A 78-year old man presented with an 8-week history of a 0.7 x 0.5 to the size and location, wide local excision and a CT scan to rule out bony involvement were discussed. No lymphadenopathy was present on examination. Given it was a primary tumor without any high-risk features clinically or histologically, adjuvant radiation was not advised. He was referred to a Head and Neck surgeon for management. In the interval time, he began applying black salve to the tumor and surrounding scalp. In place of the previous site was a well-demarcated ulcer with overlying necrotic grey-white slough, ragged borders, and peripheral erythema. Anterior focal heme-crusted erosions with a linear extension at the most anterior aspect of the wound was also present. Stippled black chemical staining was observed. There were no nodular areas within the wound and no lymphadenopathy was present (Figure 1B). He was advised to stop using this preparation. At the time of consultation with Head and Neck surgery and despite stopping the black salve, the ulcer enlarged to 20 cm in size. His ulcer was full-thickness to the calvarium. The wound was deeply necrotic and stained (Figure 1C). The wound appeared infected with associated purulence. This prompted a hospital admission for wound care, pain, management, and infection control. He was stabilized and was then referred to the burn wound reconstruction team at a neighboring hospital. Over the course of 3 months, he underwent three graft reconstructions of his scalp (Figure 2).
Black salve has been touted as an alternative treatment for skin cancer. It contains inert ingredients along with corrosive bloodroot (S. canadensis) or zinc chloride. Some formulations contain dimethyl sulfoxide (DMSO) for increased epidermal penetration. Bloodroot contains indiscriminate cyotoxic and antiproliferative plant alkaloids. In vitro studies have shown both equal targeting of cancer cells and keratinocytes as well as excess cytotoxicity against fibroblasts with inferiority in treating cancer compared to traditional treatment. Zinc chloride and other plant derivatives within the salve may contribute to cell necrosis as they have similar cytotoxicity. Consequently, this broad-spectrum action of black salve against normal human cells has led to burns and severe morbidity.2In our case, though the resultant burn may have successfully cleared his AFX, it is not possible to know for certain. Fortunately, AFXs have low metastatic potential (2.5% of cases) with a high survival rate overall. Still, recurrences happen in 7.5% of all cases within two years and spontaneous regression of AFXs is rarely reported.3,4 Our patient will require close follow-up and consideration of surgery to ensure tumor clearance. Yet, his poor outcome may have been avoided through an opportunity to discuss his beliefs.From a patient care perspective, the choice of our patient to treat himself with black salve occurred without our knowledge. This led to an adverse event. Due to the small tumor size, CAM was not considered in his evaluation. However, strong beliefs in natural treatment or fears regarding treatment may have led to its use. As a result of this case, it is clear that communication regarding the use of CAM within the overall treatment plan is a key consideration. Many perceived natural treatments can be harmful. In general, use of CAM has been linked to a worse survival rate (HR 2.17-5.68) for lung, breast and colon cancer if not used in combination with conventional treatment.5 While AFX is not as life threatening as many internal cancers, poorer outcomes (eg, greater surgical morbidity) are more likely without surgical intervention. Understanding fears regarding conventional treatment and educating patients on their choices regarding CAM can help to lessen the risks of this decision.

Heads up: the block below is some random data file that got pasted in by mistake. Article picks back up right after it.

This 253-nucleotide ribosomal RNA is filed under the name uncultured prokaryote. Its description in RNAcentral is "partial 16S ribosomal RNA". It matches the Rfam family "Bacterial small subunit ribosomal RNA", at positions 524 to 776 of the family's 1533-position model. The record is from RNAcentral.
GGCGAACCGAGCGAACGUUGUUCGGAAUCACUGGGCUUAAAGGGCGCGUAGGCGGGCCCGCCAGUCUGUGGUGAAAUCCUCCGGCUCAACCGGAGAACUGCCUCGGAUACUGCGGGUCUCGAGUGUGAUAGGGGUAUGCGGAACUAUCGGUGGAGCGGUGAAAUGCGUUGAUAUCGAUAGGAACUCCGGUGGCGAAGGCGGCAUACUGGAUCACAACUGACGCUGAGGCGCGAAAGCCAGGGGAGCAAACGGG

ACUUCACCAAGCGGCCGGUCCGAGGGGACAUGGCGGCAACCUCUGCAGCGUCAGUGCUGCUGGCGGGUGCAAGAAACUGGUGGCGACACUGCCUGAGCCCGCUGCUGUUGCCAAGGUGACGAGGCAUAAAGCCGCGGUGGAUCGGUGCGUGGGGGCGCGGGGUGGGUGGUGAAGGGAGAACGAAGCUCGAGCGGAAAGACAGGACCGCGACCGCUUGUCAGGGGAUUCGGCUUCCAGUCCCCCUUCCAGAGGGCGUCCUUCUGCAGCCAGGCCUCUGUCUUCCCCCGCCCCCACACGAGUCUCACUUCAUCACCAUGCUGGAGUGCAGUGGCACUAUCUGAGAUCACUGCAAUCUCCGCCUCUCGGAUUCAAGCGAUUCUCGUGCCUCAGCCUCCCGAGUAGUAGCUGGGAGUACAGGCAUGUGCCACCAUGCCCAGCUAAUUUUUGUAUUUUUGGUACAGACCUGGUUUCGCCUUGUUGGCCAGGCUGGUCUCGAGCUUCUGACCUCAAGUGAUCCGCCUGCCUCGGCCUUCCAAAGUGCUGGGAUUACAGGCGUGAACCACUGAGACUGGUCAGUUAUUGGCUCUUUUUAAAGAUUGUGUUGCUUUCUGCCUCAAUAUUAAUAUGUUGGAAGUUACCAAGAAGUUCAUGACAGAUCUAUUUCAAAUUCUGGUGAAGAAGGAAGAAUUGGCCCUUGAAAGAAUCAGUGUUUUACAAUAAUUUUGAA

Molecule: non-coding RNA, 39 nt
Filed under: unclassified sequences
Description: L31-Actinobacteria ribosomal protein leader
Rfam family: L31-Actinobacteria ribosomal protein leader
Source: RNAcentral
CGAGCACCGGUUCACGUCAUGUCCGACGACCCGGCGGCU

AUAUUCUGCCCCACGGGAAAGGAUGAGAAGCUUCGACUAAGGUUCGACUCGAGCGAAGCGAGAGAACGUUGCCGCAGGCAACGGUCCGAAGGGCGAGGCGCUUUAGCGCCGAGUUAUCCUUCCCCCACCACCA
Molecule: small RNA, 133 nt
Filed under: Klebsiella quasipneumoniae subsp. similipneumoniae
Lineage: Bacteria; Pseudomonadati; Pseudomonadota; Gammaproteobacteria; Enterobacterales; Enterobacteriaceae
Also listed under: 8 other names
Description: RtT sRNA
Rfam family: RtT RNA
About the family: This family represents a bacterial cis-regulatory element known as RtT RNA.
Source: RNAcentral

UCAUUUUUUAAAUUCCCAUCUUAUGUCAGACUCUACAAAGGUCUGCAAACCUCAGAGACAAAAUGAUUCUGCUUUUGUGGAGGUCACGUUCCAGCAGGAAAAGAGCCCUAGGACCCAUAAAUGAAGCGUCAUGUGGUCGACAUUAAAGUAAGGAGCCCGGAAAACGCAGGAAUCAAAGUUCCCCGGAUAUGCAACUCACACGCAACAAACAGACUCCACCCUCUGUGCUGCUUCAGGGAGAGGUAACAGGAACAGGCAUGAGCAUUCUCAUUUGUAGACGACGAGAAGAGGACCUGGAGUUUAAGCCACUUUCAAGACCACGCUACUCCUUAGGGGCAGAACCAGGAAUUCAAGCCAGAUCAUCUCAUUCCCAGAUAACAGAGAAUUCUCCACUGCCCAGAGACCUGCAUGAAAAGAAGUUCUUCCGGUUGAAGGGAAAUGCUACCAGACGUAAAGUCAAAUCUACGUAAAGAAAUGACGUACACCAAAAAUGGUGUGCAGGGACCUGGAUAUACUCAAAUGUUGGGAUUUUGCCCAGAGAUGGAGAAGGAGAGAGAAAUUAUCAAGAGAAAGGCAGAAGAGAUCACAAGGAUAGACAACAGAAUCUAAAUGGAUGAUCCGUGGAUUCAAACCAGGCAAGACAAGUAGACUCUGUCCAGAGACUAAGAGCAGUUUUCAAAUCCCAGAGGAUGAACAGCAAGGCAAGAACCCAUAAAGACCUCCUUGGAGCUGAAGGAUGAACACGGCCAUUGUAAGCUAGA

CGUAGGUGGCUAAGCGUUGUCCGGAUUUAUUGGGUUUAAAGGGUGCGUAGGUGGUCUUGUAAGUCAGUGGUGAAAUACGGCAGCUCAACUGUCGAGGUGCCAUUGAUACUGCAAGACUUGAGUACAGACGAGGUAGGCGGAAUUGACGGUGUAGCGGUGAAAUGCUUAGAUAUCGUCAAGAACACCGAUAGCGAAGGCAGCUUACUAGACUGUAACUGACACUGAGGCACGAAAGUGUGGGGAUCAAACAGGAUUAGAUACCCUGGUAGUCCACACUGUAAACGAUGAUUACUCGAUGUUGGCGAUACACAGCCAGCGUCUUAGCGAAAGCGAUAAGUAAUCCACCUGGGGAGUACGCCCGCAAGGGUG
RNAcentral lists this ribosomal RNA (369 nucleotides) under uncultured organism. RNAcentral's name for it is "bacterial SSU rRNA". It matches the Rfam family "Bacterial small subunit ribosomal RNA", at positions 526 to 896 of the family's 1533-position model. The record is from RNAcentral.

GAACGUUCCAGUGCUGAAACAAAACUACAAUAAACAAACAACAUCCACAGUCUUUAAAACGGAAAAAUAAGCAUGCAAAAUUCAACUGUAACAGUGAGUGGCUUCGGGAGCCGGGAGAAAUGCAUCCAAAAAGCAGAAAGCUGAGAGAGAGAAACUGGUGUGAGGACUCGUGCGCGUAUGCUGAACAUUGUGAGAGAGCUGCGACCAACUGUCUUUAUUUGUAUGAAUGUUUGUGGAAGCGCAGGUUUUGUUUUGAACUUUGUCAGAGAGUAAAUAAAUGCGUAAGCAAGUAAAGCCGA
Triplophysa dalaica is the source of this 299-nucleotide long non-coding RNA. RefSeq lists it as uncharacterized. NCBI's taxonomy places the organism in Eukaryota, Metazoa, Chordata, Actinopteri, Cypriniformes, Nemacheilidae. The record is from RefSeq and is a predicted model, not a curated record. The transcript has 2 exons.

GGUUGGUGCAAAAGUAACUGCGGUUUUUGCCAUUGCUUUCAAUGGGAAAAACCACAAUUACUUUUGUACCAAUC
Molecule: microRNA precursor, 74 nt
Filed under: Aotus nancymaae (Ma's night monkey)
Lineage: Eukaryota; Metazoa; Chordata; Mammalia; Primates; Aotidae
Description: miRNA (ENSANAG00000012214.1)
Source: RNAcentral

Asking about patient desires to pursue CAM for cancer treatment is a significant consideration. For skin cancer, it may not be as commonly discussed or considered since removal of the tumor is usually easily done with surgery. With the rise in patient interest to use treatments that are perceived as natural or less harmful than traditional treatments, deciding how this fits into a patient’s largertreatment plan may become a part of the pre-operative consultation. Above all, educating patients on the benefits, risks and harms related to any treatment they decide to pursue is critical.
There are no relevant conflicts of interest.
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Brandon Worley MD MSc